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Free workwear helping locals rebuild - Katie-Lee Muller

Free workwear helping locals rebuild - Katie-Lee Muller

“We always try to help people,” says retailer Katie-Lee Muller. “We’ve always been very community-orientated in this business from day one.”

That community spirit has been a pillar of hope since a firestorm threatened NSW coastal community Moruya in the first week of January.

Like many of their neighbours, Katie-Lee, husband Drew and their children (Austin, 18 months, and Prior, 3) were forced to abandon their home, as bushfires encroached their picturesque town.

Having seen so many people, including her own grandparents, lose their homes, Katie-Lee was determined to do something tangible to help. “I’ve always been raised to be compassionate and to help others,” she says.

As the owner of Aussie Embroidery & Workwear, Katie-Lee decided the best way to help was to give away boots, shirts and protective gear to anyone who needed them.  “At the moment we’re getting around six people coming in every day,” she says. “They can take anything up to $250. I never question anyone’s story. I take everyone on face value.”

Many of those who come into the shop lost all of their possessions in the bushfires and are in desperate need for high-quality workwear so that they can begin clearing blocks littered with blackened trees and building debris.

“A lot of people are in limbo. They’ve lost their homes and don’t know how to move forward,” she says. “That’s what my grandparents are going through now. They don’t know what the next step is – to rebuild, buy a new house or hold off?”

Although Katie-Lee’s workwear initiative is being supported by many of her suppliers and a few members of the public, the financial burden is largely falling on her own shoulders.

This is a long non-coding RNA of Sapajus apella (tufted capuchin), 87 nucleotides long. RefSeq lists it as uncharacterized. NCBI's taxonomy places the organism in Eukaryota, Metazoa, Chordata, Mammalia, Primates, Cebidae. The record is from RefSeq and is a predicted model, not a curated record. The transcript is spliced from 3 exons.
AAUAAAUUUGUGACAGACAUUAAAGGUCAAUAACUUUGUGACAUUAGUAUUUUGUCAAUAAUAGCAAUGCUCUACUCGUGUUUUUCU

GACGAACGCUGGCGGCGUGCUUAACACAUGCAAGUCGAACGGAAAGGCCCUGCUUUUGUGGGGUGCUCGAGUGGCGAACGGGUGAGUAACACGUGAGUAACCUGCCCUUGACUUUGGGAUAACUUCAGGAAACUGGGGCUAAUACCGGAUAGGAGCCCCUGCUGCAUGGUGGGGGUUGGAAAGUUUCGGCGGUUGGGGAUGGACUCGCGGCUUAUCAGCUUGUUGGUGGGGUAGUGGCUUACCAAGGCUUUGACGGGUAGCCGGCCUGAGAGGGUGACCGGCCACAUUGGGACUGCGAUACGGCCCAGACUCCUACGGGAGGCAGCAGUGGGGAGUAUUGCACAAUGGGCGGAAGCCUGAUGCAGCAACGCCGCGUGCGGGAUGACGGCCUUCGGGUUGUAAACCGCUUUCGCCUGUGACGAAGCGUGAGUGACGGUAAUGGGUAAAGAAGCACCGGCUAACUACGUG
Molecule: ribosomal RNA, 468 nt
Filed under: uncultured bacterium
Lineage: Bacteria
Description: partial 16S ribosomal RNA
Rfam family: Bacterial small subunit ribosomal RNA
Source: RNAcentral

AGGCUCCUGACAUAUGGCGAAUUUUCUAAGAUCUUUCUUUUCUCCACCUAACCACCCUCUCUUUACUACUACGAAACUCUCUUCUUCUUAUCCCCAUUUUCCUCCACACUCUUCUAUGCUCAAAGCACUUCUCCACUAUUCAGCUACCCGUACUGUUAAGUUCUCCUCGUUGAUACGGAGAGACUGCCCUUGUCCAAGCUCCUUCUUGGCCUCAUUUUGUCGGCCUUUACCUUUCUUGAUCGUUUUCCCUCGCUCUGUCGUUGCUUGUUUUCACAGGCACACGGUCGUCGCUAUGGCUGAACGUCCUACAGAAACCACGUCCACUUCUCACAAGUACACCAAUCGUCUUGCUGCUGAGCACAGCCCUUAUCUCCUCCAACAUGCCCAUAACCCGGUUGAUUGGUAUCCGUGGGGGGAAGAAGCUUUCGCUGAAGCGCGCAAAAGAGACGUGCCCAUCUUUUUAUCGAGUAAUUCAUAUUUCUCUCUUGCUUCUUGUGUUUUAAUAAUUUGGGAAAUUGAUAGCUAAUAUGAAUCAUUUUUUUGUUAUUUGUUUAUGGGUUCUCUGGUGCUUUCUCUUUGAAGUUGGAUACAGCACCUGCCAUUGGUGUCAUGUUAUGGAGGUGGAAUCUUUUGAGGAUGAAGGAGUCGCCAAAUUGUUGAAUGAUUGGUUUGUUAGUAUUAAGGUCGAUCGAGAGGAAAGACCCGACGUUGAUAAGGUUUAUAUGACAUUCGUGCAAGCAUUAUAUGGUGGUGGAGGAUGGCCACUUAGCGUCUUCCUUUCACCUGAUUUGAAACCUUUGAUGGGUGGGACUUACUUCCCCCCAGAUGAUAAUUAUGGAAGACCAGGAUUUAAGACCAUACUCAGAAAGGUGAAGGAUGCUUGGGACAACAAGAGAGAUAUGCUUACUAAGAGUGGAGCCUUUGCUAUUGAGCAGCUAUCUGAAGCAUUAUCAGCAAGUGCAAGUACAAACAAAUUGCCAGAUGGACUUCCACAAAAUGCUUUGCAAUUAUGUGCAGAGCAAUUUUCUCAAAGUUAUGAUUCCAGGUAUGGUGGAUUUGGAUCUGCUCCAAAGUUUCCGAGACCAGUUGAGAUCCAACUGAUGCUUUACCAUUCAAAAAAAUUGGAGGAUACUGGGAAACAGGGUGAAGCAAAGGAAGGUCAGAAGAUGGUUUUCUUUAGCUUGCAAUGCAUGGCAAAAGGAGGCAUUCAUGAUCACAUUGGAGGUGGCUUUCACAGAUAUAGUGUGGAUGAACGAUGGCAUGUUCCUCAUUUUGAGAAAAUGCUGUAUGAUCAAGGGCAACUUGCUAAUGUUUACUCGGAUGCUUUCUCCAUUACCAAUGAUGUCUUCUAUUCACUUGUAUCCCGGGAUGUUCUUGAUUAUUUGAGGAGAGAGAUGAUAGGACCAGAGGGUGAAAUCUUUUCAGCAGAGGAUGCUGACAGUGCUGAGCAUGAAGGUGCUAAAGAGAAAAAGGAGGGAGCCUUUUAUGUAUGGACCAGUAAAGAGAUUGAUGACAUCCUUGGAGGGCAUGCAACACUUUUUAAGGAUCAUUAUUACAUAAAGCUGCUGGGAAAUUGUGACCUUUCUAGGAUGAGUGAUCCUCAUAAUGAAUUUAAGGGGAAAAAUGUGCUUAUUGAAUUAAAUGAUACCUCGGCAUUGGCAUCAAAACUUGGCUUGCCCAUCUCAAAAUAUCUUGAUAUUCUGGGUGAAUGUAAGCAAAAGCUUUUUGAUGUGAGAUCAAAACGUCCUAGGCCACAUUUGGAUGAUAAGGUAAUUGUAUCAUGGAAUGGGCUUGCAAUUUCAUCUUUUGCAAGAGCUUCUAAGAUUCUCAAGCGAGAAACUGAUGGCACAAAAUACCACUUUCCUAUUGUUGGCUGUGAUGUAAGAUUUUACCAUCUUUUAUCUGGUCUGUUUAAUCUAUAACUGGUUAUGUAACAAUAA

“It’s so hard because I’ll have to cut off the service if I can’t get the funds I need,” she says. “I can’t afford to carry the outlay on myself. I’ve raised $3000 (via GoFundMe) so far but I know it’s hard because so people have already given money elsewhere to help victims of the bushfires.”

Despite juggling the needs of a young family, supporting grandparents grieving for the loss of their home and trying to run her small business, Katie-Lee is determined to keep giving away workwear for as long as she can.

“Early on, I wrote a pitch to all of my suppliers and many of them have come on board, with free product or money," she says.

“Whenever someone comes in here for help, I post their picture on social media. I want my supporters to know that they are helping real people in need.”

In addition to providing work clothes free of charge, Aussie Embroidery & Workwear has also become a place of sanctuary for those still traumatised by the recent bushfires. “The other day I had three families in the shop for an hour," says Katie-Lee. "They had all lost their houses. They spent the time sharing photos and experiences. It was quite healing for them.”

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